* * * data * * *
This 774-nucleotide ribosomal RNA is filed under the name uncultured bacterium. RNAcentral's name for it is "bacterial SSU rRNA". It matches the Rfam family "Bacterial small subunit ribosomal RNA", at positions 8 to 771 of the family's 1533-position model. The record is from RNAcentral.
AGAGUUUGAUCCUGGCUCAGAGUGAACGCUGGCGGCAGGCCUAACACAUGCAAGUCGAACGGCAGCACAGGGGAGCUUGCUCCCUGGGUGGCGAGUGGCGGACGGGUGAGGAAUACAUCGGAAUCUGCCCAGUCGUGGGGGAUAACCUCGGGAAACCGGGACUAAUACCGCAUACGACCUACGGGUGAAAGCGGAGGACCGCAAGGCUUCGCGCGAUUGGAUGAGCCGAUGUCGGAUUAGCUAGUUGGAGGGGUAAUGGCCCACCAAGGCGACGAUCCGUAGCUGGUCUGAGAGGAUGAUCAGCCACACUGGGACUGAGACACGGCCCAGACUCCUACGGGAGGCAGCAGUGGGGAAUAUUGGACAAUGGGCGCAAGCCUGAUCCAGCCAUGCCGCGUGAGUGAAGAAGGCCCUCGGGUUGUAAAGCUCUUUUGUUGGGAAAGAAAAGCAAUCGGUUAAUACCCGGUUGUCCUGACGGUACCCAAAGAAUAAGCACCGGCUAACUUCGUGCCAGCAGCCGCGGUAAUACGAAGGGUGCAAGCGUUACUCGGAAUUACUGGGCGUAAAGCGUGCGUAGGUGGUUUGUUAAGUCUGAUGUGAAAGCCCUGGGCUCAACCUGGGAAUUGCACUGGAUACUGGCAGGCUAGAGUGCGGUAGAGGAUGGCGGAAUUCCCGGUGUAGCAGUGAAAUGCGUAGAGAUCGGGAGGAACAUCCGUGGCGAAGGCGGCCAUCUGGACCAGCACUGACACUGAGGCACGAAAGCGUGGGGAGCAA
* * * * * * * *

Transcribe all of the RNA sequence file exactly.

This 774-nucleotide ribosomal RNA is filed under the name uncultured bacterium. RNAcentral's name for it is "bacterial SSU rRNA". It matches the Rfam family "Bacterial small subunit ribosomal RNA", at positions 8 to 771 of the family's 1533-position model. The record is from RNAcentral.
AGAGUUUGAUCCUGGCUCAGAGUGAACGCUGGCGGCAGGCCUAACACAUGCAAGUCGAACGGCAGCACAGGGGAGCUUGCUCCCUGGGUGGCGAGUGGCGGACGGGUGAGGAAUACAUCGGAAUCUGCCCAGUCGUGGGGGAUAACCUCGGGAAACCGGGACUAAUACCGCAUACGACCUACGGGUGAAAGCGGAGGACCGCAAGGCUUCGCGCGAUUGGAUGAGCCGAUGUCGGAUUAGCUAGUUGGAGGGGUAAUGGCCCACCAAGGCGACGAUCCGUAGCUGGUCUGAGAGGAUGAUCAGCCACACUGGGACUGAGACACGGCCCAGACUCCUACGGGAGGCAGCAGUGGGGAAUAUUGGACAAUGGGCGCAAGCCUGAUCCAGCCAUGCCGCGUGAGUGAAGAAGGCCCUCGGGUUGUAAAGCUCUUUUGUUGGGAAAGAAAAGCAAUCGGUUAAUACCCGGUUGUCCUGACGGUACCCAAAGAAUAAGCACCGGCUAACUUCGUGCCAGCAGCCGCGGUAAUACGAAGGGUGCAAGCGUUACUCGGAAUUACUGGGCGUAAAGCGUGCGUAGGUGGUUUGUUAAGUCUGAUGUGAAAGCCCUGGGCUCAACCUGGGAAUUGCACUGGAUACUGGCAGGCUAGAGUGCGGUAGAGGAUGGCGGAAUUCCCGGUGUAGCAGUGAAAUGCGUAGAGAUCGGGAGGAACAUCCGUGGCGAAGGCGGCCAUCUGGACCAGCACUGACACUGAGGCACGAAAGCGUGGGGAGCAA